Its going to be a great day because I am giving it all away

There's a note on my driver's license that says, "Donor." It used to say "Eye Donor," but I have graduated to donating all of my organs to someone in need when I kick the bucket. Nothing to lose. Everything to gain.

 I know it might sound a little odd, but I'm excited about being an organ donor. I like the idea of someone else seeing better, feeling better or living better when my time comes.

Now that I'm giving it all away, I have a warm fuzzy feeling knowing others will have my heart, heart valves, lungs, liver, kidneys, pancreas, intestines, corneas, skin, bone and/or connective tissue; although, they may not want my heart with its murmur, leaky valve and aneurismal aorta.

What made me decide? My brother-in-law Tony is alive today because of an organ donor. That convinced me to be a donor, too.

 I went online to organdonor.gov and I learned some amazing facts – like donating my organs, bones and tissue could save or improve the lives of as many as 50 to 60 people. Wow, who would have thought I had that much life in me

 I also learned that at any given time nearly 80,000 people are waiting for organs. Every 13 minutes, a new name is added to the national waiting list and 16 people die every day waiting for organs.

On the Web site organdonor.gov, I registered with my state's donor registry by printing the South Dakota Resident Organ and Tissue Donor Form. I filled it out and mailed it to Department of Public Safety, Driver Licensing Program, 118 West Capitol Avenue, Pierre, SD 57501-2000. It was that simple!

I printed a donor card at www.organdonor.gov, and with Brian as my witness, I signed it and kept it in my wallet.

If you don't have a Brian to be your witness, ask around: a family member, a friend, the mail carrier, the UPS driver, the garbage man, your next door neighbor, a Jehovah's Witness at your door, the kids playing street football out front, your Avon lady, the meter reader, your Mary Kay representative or the Boy Scout selling popcorn.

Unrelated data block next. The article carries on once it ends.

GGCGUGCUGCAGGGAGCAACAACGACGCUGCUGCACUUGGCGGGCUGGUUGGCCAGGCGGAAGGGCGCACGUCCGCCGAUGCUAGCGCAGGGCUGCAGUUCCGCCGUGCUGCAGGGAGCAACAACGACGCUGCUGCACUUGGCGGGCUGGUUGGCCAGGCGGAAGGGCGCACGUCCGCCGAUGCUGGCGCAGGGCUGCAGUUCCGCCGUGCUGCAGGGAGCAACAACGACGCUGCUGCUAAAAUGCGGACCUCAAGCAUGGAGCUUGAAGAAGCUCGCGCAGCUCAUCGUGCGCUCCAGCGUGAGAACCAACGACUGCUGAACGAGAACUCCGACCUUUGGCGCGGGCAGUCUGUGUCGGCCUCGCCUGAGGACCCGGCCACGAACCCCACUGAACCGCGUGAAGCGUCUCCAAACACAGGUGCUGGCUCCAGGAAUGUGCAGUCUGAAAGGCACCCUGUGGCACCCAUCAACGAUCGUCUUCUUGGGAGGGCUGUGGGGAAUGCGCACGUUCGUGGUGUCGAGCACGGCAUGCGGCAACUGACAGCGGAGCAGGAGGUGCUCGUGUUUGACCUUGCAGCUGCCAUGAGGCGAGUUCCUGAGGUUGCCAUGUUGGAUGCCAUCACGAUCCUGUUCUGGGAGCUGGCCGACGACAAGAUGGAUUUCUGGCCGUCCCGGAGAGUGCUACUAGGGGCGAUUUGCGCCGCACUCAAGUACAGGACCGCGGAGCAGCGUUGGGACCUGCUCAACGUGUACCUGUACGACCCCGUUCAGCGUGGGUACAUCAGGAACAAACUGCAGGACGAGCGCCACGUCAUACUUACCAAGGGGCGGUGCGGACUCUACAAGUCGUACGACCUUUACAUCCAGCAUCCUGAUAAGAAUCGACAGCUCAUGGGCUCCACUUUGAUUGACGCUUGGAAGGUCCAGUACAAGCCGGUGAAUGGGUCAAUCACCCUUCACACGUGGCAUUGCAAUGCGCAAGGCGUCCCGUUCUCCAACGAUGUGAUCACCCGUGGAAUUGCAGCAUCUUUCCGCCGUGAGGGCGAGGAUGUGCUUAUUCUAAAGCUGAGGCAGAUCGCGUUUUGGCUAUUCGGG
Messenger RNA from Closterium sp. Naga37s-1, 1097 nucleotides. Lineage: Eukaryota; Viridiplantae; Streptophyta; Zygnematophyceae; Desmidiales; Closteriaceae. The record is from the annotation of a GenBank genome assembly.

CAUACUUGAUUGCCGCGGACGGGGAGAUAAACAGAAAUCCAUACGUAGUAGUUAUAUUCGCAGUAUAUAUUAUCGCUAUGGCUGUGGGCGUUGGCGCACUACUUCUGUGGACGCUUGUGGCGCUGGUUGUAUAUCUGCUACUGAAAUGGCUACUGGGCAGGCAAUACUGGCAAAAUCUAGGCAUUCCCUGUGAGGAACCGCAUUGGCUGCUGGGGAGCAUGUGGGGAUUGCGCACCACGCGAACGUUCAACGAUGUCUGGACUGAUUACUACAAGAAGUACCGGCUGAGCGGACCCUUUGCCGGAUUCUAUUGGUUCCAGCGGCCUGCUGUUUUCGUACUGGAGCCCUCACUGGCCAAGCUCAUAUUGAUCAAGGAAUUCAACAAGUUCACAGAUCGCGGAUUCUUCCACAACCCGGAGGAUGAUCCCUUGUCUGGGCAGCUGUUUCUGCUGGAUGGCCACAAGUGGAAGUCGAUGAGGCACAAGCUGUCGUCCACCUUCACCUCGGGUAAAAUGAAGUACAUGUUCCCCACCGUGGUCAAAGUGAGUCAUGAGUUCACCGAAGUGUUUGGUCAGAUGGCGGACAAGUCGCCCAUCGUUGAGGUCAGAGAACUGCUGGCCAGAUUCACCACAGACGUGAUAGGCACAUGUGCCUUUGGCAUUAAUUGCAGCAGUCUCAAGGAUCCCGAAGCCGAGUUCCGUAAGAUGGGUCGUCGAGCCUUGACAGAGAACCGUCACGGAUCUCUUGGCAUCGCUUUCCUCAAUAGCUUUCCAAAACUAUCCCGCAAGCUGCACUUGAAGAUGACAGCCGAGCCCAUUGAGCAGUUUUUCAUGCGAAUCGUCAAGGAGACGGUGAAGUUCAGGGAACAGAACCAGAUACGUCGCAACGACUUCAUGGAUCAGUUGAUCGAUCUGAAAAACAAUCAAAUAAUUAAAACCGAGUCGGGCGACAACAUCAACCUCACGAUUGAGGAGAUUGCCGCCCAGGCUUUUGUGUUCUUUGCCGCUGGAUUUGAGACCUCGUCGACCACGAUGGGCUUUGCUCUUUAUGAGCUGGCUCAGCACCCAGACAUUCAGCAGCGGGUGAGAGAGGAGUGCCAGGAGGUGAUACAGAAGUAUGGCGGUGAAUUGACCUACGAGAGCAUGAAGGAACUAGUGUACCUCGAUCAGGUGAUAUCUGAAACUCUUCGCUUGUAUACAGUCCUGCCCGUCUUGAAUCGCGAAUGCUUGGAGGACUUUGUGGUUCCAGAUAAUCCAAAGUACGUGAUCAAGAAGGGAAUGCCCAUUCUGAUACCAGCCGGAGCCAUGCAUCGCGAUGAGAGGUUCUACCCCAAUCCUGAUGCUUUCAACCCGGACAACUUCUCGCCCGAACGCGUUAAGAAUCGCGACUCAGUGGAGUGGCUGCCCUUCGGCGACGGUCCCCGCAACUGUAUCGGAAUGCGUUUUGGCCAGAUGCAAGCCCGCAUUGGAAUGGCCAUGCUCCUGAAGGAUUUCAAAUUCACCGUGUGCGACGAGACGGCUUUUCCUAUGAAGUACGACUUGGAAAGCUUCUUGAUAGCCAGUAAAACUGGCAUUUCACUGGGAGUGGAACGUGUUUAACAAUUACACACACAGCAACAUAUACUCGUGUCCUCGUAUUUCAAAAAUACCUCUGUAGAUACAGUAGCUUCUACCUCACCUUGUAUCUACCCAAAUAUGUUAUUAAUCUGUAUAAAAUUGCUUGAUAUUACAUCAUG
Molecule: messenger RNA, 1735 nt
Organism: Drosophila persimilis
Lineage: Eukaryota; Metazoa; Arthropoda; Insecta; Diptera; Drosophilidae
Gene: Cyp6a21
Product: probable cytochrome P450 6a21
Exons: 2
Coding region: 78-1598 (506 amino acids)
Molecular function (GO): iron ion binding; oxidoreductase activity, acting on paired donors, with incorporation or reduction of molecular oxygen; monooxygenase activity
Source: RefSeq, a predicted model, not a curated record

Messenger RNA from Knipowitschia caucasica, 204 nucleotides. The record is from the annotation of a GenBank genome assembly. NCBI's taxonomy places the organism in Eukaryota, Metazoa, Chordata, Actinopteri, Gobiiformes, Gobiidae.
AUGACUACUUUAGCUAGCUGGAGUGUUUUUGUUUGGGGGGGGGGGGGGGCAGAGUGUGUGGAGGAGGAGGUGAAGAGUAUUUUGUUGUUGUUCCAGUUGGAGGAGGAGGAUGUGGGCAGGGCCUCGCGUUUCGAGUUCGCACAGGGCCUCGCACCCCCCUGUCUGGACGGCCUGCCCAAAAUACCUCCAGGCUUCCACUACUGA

Next, I designated my decision on my driver's license when I renewed it.

Signing this form means when I die, a donation coordinator will obtain my medical history from my family and conduct tests to see if my organs will work in someone else's body. Then, all my good stuff – organs, bones and tissue – will go to someone in need. (Yee haw!)

The second best part of this gift of life is that it will not cost me a penny, since all organ donation expenses are covered by the transplanting geniuses. I am not cheap, but I like a good bargain.

Every day is a great day, knowing my organ donor status is marked on the bottom right-hand corner of my driver's license. Is yours?

(For more information about organ donation, please call 1-888-5-DONATE or 1-888-5-366-2833 and follow the prompts.)

A resident of Southeast South Dakota, Paula Damon is a national award-winning columnist. Her columns have won first-place in National Federation of Press Women, South Dakota Press Women and Iowa Press Women Communications Contests. In the 2009 South Dakota Press Women Communications Contest, Paula's columns took three first-place awards. To contact Paula, email pauladamon@iw.net, follow her blog at www.my-story-your-story.blogspot.com <http://www.my-story-your-story.blogspot.com/> and find her on Facebook.
2009© Paula Damon

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